Tuesday, June 10, 2014

Yellow-headed Blackbird

The last year or two, I have found Yellow-headed Blackbirds more frequently in eastern Minnesota. This bird was perched on the side of a road in Dakota County in May. These blackbirds prefer deep-water cattail marshes and are found in much of western North America.

Yellow-headed Blackbirds are polygynous, often with up to 16 females in a harem. Productive lakes have more females than poorer ones, and more females per male. Unfortunately, what with my new-found interest in odonates, productive marshes are usually defined by high rates of dragonfly emergence. In the winter, these blackbirds eat grain.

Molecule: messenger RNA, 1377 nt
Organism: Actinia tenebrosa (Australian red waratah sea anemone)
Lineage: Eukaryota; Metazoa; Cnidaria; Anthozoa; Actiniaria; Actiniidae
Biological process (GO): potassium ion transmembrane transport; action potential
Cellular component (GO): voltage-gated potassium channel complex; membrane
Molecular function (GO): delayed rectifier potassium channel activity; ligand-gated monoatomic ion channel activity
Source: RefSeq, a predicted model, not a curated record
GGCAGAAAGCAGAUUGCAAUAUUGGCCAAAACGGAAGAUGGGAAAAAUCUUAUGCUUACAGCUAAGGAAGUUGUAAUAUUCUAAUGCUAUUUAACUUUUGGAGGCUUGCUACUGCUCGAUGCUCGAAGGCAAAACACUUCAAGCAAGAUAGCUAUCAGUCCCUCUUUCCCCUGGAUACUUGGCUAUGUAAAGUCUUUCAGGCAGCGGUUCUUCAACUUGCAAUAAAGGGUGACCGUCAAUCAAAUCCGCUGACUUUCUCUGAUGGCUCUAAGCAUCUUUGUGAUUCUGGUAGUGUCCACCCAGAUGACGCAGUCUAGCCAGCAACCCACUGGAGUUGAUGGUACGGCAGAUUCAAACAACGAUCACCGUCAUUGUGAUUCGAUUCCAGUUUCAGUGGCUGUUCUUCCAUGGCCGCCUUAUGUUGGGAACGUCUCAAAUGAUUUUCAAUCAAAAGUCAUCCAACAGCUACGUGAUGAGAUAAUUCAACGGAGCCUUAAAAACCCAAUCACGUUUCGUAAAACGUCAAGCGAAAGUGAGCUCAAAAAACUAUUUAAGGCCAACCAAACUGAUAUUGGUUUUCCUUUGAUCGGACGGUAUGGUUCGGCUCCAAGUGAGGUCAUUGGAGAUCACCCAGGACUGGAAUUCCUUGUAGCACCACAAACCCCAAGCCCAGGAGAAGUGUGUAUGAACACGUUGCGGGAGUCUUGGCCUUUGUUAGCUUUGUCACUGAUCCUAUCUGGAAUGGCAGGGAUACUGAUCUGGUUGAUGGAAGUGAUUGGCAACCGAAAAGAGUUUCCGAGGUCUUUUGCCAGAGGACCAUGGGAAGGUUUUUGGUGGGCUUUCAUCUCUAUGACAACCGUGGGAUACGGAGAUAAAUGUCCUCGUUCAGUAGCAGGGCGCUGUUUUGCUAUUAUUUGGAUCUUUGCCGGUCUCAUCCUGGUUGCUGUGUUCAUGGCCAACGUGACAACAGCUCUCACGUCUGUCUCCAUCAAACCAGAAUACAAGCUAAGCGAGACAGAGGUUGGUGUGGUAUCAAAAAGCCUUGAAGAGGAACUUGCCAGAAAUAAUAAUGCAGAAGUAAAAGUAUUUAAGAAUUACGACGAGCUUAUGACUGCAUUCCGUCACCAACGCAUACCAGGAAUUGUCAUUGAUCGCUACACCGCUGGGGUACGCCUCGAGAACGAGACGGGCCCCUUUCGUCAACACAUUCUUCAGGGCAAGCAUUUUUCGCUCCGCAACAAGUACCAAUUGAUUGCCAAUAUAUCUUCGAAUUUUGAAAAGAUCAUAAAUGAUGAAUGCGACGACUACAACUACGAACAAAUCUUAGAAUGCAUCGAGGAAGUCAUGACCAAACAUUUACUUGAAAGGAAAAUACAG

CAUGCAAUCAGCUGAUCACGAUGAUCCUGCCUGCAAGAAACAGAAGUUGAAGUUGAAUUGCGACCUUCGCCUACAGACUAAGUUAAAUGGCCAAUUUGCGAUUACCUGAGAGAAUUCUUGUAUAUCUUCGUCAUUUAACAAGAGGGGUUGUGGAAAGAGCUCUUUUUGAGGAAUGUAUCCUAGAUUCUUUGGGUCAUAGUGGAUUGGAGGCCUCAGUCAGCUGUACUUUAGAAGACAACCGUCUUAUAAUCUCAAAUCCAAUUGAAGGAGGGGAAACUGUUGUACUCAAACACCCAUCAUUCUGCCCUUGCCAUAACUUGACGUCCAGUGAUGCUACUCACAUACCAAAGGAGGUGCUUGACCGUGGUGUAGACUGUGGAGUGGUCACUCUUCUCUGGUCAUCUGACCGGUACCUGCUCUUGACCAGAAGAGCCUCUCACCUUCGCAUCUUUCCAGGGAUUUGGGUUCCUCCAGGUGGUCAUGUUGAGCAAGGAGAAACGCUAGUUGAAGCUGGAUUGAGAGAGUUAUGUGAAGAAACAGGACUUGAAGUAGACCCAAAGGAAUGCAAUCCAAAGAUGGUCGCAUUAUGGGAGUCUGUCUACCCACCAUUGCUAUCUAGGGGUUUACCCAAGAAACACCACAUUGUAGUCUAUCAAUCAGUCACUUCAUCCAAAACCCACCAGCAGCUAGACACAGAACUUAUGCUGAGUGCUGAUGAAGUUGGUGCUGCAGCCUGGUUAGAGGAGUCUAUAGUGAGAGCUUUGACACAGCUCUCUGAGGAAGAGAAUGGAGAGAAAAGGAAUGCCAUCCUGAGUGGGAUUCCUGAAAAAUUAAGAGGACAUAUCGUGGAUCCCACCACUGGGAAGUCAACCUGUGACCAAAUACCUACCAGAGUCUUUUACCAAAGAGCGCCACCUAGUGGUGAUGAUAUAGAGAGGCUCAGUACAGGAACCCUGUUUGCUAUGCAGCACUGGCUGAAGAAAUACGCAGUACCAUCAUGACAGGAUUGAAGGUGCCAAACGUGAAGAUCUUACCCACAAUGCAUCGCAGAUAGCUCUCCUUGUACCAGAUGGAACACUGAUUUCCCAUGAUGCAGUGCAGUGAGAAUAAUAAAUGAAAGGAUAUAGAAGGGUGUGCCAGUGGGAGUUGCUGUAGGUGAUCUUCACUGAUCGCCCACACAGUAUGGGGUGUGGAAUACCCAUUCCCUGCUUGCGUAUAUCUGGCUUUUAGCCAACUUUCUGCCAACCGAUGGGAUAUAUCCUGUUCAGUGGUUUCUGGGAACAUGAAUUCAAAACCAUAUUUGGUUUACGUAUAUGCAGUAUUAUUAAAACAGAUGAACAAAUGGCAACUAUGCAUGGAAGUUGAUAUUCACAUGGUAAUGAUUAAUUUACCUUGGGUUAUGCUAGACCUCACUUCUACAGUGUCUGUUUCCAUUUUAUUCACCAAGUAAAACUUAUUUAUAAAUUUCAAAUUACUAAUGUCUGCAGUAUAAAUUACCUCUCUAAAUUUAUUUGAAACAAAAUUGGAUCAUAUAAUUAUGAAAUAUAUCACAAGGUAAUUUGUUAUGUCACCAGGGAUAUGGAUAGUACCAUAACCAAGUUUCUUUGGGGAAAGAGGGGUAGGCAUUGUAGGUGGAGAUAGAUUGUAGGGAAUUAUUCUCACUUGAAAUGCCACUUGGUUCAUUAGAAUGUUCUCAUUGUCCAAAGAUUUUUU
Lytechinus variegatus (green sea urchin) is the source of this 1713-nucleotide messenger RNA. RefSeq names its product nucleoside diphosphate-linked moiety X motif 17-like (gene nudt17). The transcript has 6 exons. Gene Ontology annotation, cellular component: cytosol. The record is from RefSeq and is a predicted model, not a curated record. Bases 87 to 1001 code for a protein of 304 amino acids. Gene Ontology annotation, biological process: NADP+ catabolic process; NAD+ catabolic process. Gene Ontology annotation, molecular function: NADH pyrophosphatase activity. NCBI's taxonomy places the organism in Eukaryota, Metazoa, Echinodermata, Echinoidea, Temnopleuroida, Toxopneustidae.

Males defend their territories against other males and usually do not breed until after their second year. Females defend small areas around their grouped nests. Females, however, will copulate with “any observed male,” usually those males with adjoining territories when the female's mate is absent (Twedt and Crawford 1995).

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